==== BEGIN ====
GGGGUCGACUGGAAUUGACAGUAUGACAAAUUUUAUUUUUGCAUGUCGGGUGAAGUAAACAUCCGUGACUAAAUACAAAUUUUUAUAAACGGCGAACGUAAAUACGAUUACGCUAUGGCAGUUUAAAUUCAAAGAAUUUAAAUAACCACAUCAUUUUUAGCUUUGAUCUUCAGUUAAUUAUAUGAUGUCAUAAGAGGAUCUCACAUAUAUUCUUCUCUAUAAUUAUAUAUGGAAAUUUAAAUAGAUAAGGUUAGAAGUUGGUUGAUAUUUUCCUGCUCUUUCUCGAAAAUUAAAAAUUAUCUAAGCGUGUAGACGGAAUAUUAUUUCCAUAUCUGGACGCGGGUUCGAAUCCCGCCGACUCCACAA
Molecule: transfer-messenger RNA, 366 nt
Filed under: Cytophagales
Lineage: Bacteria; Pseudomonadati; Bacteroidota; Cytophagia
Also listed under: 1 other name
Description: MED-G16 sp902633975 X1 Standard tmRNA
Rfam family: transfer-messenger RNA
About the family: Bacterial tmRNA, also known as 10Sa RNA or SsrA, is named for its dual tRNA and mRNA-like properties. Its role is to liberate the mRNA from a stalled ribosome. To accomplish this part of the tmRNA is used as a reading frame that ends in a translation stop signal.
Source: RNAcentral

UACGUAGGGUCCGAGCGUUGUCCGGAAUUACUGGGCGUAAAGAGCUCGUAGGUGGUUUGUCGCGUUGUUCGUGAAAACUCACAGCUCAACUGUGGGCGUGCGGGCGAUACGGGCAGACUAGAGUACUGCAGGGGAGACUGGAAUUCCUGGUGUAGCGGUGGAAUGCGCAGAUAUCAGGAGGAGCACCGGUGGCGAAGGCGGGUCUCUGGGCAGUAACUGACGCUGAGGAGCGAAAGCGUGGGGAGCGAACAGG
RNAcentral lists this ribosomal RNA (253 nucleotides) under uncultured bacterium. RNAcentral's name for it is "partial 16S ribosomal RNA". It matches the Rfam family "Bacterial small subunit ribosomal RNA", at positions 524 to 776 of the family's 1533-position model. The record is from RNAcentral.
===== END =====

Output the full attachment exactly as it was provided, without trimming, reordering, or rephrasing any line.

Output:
GGGGUCGACUGGAAUUGACAGUAUGACAAAUUUUAUUUUUGCAUGUCGGGUGAAGUAAACAUCCGUGACUAAAUACAAAUUUUUAUAAACGGCGAACGUAAAUACGAUUACGCUAUGGCAGUUUAAAUUCAAAGAAUUUAAAUAACCACAUCAUUUUUAGCUUUGAUCUUCAGUUAAUUAUAUGAUGUCAUAAGAGGAUCUCACAUAUAUUCUUCUCUAUAAUUAUAUAUGGAAAUUUAAAUAGAUAAGGUUAGAAGUUGGUUGAUAUUUUCCUGCUCUUUCUCGAAAAUUAAAAAUUAUCUAAGCGUGUAGACGGAAUAUUAUUUCCAUAUCUGGACGCGGGUUCGAAUCCCGCCGACUCCACAA
Molecule: transfer-messenger RNA, 366 nt
Filed under: Cytophagales
Lineage: Bacteria; Pseudomonadati; Bacteroidota; Cytophagia
Also listed under: 1 other name
Description: MED-G16 sp902633975 X1 Standard tmRNA
Rfam family: transfer-messenger RNA
About the family: Bacterial tmRNA, also known as 10Sa RNA or SsrA, is named for its dual tRNA and mRNA-like properties. Its role is to liberate the mRNA from a stalled ribosome. To accomplish this part of the tmRNA is used as a reading frame that ends in a translation stop signal.
Source: RNAcentral

UACGUAGGGUCCGAGCGUUGUCCGGAAUUACUGGGCGUAAAGAGCUCGUAGGUGGUUUGUCGCGUUGUUCGUGAAAACUCACAGCUCAACUGUGGGCGUGCGGGCGAUACGGGCAGACUAGAGUACUGCAGGGGAGACUGGAAUUCCUGGUGUAGCGGUGGAAUGCGCAGAUAUCAGGAGGAGCACCGGUGGCGAAGGCGGGUCUCUGGGCAGUAACUGACGCUGAGGAGCGAAAGCGUGGGGAGCGAACAGG
RNAcentral lists this ribosomal RNA (253 nucleotides) under uncultured bacterium. RNAcentral's name for it is "partial 16S ribosomal RNA". It matches the Rfam family "Bacterial small subunit ribosomal RNA", at positions 524 to 776 of the family's 1533-position model. The record is from RNAcentral.